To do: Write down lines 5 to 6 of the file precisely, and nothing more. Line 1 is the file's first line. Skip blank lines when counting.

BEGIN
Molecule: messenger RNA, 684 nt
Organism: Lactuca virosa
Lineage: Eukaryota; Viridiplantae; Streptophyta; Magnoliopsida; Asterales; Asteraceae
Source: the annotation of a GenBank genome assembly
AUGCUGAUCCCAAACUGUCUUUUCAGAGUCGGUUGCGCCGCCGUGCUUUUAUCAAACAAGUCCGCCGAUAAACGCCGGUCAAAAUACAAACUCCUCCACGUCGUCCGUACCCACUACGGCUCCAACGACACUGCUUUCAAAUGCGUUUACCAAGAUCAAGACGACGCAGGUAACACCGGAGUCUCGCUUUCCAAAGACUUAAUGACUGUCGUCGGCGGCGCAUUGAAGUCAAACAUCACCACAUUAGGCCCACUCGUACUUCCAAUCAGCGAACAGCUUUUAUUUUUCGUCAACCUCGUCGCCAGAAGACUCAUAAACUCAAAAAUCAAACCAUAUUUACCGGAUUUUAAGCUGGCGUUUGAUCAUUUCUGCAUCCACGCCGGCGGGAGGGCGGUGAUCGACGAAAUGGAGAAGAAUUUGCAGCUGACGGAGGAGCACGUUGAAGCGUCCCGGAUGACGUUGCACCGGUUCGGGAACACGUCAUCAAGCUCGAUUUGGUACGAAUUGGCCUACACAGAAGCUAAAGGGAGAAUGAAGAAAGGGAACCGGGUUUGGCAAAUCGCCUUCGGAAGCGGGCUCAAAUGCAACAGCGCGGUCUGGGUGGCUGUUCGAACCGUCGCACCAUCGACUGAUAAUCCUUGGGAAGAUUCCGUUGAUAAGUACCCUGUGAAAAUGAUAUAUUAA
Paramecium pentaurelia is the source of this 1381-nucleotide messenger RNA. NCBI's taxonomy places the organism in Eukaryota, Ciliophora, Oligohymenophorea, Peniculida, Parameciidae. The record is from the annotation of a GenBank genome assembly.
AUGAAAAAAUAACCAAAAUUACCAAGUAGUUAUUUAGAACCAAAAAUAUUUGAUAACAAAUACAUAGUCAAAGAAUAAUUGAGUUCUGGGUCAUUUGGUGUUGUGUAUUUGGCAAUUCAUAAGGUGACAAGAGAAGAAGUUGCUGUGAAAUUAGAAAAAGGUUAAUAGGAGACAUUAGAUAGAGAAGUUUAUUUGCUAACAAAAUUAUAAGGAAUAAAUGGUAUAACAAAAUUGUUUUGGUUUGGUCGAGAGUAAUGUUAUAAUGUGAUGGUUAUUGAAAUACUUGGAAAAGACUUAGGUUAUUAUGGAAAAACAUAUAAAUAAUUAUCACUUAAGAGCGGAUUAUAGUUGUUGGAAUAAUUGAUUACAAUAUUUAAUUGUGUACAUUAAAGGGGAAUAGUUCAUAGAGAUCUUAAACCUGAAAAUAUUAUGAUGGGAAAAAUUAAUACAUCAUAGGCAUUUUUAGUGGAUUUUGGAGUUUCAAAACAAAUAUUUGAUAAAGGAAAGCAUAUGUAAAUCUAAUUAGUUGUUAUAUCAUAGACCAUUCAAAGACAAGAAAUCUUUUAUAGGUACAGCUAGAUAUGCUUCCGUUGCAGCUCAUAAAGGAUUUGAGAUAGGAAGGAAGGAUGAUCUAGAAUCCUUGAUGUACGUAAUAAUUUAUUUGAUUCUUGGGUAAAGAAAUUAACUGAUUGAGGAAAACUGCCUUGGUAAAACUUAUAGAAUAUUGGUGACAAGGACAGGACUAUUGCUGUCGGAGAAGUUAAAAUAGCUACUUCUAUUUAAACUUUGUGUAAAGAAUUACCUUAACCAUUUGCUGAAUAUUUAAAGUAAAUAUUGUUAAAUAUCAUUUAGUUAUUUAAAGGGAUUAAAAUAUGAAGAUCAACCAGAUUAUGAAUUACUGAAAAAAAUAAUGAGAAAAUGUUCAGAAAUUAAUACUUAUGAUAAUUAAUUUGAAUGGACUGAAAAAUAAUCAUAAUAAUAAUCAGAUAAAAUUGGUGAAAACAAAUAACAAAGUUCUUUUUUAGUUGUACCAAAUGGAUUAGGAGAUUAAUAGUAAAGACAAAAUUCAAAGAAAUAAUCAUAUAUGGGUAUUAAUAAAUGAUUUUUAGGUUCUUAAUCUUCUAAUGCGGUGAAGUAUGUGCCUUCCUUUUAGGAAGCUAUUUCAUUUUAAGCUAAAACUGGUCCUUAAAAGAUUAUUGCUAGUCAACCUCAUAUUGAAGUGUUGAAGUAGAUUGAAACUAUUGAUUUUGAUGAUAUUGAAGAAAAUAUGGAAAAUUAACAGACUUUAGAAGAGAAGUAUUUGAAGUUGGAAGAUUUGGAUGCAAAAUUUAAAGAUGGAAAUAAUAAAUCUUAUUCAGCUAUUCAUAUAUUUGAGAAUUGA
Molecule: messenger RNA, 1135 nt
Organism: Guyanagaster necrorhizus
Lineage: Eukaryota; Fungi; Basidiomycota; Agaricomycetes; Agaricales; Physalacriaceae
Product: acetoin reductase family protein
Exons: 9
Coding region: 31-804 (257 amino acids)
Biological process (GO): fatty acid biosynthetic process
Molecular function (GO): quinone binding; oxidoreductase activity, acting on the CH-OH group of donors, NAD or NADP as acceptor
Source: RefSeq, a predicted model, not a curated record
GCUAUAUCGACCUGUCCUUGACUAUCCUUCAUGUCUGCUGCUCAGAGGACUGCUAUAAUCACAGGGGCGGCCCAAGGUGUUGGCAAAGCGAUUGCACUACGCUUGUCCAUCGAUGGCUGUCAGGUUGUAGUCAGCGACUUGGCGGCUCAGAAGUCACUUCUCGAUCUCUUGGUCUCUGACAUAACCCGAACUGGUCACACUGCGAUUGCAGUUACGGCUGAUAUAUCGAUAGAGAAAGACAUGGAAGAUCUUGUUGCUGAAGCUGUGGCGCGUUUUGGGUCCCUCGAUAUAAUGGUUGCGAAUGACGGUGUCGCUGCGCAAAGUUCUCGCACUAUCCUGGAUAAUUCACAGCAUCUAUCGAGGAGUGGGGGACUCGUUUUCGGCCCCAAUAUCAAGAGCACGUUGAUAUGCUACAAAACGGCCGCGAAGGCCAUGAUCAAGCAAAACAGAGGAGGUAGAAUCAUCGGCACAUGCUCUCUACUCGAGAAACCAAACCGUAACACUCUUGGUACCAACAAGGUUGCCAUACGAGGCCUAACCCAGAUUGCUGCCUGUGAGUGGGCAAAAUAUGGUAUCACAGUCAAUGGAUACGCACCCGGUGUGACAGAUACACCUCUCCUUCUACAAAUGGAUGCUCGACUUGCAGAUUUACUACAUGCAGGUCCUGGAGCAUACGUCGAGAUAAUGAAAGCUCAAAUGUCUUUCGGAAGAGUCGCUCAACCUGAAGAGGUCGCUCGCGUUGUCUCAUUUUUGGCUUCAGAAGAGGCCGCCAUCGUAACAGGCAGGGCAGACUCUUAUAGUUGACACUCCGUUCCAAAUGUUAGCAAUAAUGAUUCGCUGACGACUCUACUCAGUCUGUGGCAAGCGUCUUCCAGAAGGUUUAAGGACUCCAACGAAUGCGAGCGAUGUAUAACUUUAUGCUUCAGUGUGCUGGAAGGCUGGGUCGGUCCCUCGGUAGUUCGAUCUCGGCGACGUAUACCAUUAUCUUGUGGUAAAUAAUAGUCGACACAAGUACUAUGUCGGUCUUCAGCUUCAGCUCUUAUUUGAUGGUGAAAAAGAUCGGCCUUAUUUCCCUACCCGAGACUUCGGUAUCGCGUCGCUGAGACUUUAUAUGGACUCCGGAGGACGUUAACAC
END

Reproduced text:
AUGCUGAUCCCAAACUGUCUUUUCAGAGUCGGUUGCGCCGCCGUGCUUUUAUCAAACAAGUCCGCCGAUAAACGCCGGUCAAAAUACAAACUCCUCCACGUCGUCCGUACCCACUACGGCUCCAACGACACUGCUUUCAAAUGCGUUUACCAAGAUCAAGACGACGCAGGUAACACCGGAGUCUCGCUUUCCAAAGACUUAAUGACUGUCGUCGGCGGCGCAUUGAAGUCAAACAUCACCACAUUAGGCCCACUCGUACUUCCAAUCAGCGAACAGCUUUUAUUUUUCGUCAACCUCGUCGCCAGAAGACUCAUAAACUCAAAAAUCAAACCAUAUUUACCGGAUUUUAAGCUGGCGUUUGAUCAUUUCUGCAUCCACGCCGGCGGGAGGGCGGUGAUCGACGAAAUGGAGAAGAAUUUGCAGCUGACGGAGGAGCACGUUGAAGCGUCCCGGAUGACGUUGCACCGGUUCGGGAACACGUCAUCAAGCUCGAUUUGGUACGAAUUGGCCUACACAGAAGCUAAAGGGAGAAUGAAGAAAGGGAACCGGGUUUGGCAAAUCGCCUUCGGAAGCGGGCUCAAAUGCAACAGCGCGGUCUGGGUGGCUGUUCGAACCGUCGCACCAUCGACUGAUAAUCCUUGGGAAGAUUCCGUUGAUAAGUACCCUGUGAAAAUGAUAUAUUAA
Paramecium pentaurelia is the source of this 1381-nucleotide messenger RNA. NCBI's taxonomy places the organism in Eukaryota, Ciliophora, Oligohymenophorea, Peniculida, Parameciidae. The record is from the annotation of a GenBank genome assembly.